One of my guilty pleasures is scrolling Instagram and checking out all of the DIY projects my favorite bloggers are showcasing on their feed. One day I came across a succulent pumpkin and I just about fell off my chair. I of course gave it a double tap and added it to my “saved” folder, but I knew that I probably wouldn’t get around to making one, especially with all of the pressure I have with remote learning. But then my favorite DIYer, Angela Rose, posted something with her tag line—“Let’s stop pinning and START DOING” and that’s just what I did. I took advantage of the amazing indoor plant sales at my favorite nursery, Pasquesi Home and Gardens, and made my own pumpkin succulent in under 15 minutes. IT WAS THAT EASY. So be basic like me and read these tips on How to Create A Succulent Pumpkin. You won’t regret it.
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Pumpkins with a flat bottom (any size you prefer). It doesn’t matter if they have a stem or not, it is all based on preference.
Wide array of succulents (1-2 for mini-pumpkins, 4-5 for pie sized pumpkins, 10-15 for large pumpkins
Medium or Large size bag of any style moss (I used Spanish moss for my project)
Before you do any type of work to your pumpkin, you want to wipe it down to remove dirt and find the “good side” to serve as the front of your succulent pumpkin. Wipe it completely dry before adding any materials to the pumpkin.
Next, take your succulents out of their containers and shake them loose from the dirt, being careful to keep their roots intact. Some bunches of succulents might dissolve into two pieces—that’s completely fine. Once clear of dirt, arrange the succulents on your work surface in groups by type, size, and color. This prep work will help when designing your succulent pumpkin.
Ensure that your glue gun is in working order and has refill cartridges ready. You want to adhere your succulents to the pumpkin as delicately as possible so using the glue when it is hot and fresh is the best strategy.
While the glue gun is heating up, make a plan of how you will be arranging the succulents on the pumpkin. It is easiest to start with the largest succulent and build from there. You also want to bunch together the longer, more string-like succulents so that they make more of an impact when adhered to the pumpkin in a bunch.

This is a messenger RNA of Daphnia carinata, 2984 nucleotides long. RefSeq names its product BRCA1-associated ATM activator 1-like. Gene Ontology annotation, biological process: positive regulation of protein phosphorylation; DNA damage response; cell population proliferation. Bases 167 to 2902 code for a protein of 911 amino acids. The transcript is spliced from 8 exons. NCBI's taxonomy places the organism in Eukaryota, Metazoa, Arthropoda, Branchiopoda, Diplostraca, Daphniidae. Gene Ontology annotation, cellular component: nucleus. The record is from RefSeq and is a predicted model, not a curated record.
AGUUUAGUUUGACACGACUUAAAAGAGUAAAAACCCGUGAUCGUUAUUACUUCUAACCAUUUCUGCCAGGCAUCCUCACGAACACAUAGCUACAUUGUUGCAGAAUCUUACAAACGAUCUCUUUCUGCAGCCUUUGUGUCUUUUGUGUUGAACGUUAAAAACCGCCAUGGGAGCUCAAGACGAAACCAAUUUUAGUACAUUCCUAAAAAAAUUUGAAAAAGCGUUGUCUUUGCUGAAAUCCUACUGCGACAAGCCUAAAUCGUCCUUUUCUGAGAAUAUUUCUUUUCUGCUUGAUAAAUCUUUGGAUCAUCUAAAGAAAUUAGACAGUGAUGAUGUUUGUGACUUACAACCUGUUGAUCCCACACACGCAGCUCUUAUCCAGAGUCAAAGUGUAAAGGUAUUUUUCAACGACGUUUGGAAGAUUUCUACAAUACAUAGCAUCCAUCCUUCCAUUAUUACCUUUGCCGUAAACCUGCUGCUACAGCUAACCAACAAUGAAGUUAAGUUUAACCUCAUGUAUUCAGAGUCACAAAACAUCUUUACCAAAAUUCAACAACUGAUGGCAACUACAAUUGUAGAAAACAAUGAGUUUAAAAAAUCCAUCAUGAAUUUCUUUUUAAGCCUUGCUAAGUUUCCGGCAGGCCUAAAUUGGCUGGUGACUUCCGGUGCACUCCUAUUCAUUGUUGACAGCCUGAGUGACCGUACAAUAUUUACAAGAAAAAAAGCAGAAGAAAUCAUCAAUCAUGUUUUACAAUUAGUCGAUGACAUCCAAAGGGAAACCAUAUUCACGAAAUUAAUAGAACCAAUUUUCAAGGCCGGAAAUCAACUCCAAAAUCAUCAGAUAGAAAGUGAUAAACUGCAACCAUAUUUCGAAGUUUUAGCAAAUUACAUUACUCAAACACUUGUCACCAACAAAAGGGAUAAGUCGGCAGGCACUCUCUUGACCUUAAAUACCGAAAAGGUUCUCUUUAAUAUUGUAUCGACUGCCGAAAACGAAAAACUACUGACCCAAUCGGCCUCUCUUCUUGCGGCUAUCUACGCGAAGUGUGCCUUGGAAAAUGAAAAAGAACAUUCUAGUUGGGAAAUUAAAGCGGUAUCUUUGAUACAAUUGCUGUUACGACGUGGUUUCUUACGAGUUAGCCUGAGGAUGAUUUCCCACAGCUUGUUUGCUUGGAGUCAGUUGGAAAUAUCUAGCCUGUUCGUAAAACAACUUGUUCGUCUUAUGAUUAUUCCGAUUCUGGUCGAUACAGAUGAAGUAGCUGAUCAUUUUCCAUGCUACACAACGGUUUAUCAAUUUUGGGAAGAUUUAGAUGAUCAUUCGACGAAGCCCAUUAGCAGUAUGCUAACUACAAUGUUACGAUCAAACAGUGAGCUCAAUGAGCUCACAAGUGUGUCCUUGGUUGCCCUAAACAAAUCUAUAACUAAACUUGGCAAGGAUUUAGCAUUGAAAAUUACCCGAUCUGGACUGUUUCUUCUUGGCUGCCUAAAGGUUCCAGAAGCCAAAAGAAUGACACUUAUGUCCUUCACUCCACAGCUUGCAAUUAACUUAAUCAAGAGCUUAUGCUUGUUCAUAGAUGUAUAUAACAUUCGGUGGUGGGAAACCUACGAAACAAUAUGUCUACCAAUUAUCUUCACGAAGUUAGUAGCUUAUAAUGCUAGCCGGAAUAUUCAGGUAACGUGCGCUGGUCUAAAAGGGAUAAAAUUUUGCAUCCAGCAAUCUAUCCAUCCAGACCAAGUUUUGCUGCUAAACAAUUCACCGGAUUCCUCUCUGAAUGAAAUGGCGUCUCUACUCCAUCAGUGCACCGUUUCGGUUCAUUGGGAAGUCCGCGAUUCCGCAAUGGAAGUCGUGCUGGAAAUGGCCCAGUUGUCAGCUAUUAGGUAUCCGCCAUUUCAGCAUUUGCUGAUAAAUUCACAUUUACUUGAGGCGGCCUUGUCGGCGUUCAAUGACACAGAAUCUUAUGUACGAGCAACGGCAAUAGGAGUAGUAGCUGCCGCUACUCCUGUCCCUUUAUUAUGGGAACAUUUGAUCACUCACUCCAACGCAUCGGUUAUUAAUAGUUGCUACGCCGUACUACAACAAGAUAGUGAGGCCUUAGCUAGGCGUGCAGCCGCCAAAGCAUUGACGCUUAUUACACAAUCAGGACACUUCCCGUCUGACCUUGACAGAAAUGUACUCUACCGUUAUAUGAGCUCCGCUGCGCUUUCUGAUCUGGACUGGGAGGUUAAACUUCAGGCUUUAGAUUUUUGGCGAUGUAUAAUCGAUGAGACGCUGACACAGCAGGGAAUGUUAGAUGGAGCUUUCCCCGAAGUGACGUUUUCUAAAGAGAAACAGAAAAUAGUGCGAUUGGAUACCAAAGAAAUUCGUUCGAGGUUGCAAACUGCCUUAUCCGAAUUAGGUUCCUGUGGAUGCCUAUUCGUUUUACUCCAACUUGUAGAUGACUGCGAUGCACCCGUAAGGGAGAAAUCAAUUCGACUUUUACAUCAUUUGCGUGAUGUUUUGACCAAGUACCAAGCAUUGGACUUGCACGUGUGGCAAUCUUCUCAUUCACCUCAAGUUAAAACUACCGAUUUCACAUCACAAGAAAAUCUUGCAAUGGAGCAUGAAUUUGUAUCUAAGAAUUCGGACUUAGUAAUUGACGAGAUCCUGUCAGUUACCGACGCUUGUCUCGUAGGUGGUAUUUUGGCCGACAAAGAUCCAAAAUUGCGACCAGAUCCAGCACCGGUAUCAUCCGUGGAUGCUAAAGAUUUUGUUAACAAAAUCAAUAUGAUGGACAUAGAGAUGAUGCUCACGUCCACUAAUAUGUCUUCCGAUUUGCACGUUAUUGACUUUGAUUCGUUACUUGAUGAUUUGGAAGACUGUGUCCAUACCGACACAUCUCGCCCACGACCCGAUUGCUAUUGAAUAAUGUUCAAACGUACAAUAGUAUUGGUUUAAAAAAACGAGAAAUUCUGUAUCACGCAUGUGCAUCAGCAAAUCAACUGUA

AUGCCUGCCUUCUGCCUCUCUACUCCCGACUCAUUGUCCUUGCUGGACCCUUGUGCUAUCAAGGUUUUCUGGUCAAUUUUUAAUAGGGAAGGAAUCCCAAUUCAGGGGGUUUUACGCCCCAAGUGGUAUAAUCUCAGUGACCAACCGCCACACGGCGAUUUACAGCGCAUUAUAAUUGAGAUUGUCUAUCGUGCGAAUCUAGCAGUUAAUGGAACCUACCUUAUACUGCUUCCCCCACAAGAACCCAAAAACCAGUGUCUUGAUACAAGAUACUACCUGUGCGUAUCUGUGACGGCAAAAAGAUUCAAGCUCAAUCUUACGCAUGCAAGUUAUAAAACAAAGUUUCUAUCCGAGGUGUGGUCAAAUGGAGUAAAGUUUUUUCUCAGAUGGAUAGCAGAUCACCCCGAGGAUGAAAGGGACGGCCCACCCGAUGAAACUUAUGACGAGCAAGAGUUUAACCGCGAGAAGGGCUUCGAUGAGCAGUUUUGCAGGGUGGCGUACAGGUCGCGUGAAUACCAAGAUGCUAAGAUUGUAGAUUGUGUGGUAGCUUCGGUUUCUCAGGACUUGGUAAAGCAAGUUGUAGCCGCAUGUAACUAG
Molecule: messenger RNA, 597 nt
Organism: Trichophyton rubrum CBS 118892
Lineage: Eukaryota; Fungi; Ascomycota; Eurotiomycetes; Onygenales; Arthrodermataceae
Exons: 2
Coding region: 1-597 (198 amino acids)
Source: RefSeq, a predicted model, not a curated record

Add glue to the center portion of your pumpkin and then immediately cover with a handful of moss. You don’t want the moss to completely cover the top—about half or two thirds of the top surface will do. Don’t stress if the moss is longer on one side than on the other. A succulent pumpkin is intended to look organic so you don’t have to follow a rigid design.
Next, choose the biggest succulent and adhere it to the pumpkin by pressing the largest stem into the hot glue. Apply gentle yet firm pressure. Then add other medium sized succulents, slowly filling in the top of the succulent pumpkin. Don’t forget to mix colors, sizes, and textures for a more impressive arrangement.
Once you have glued on every succulent you want to use, add moss to any places that need to be filled in. Remember, it does not have to be precise.
And that’s it! Since this is a no-carve form of pumpkin decorating it will last much longer than carved options and you can use some of these hacks to keep squirrels away from your pumpkins.
Prefer faux pumpkins? No problem! Target has great carve-able options (white and orange) and you can find many gorgeous faux succulents stems (green, burgundy, as well different shapes and textures). And if you simply don’t have the time or energy, you can pick up one of these pre-made indoor succulent pumpkins like this bonsai version or this rustic arrangement.
Don’t forget to check out my other favorite Fall décor before you go!
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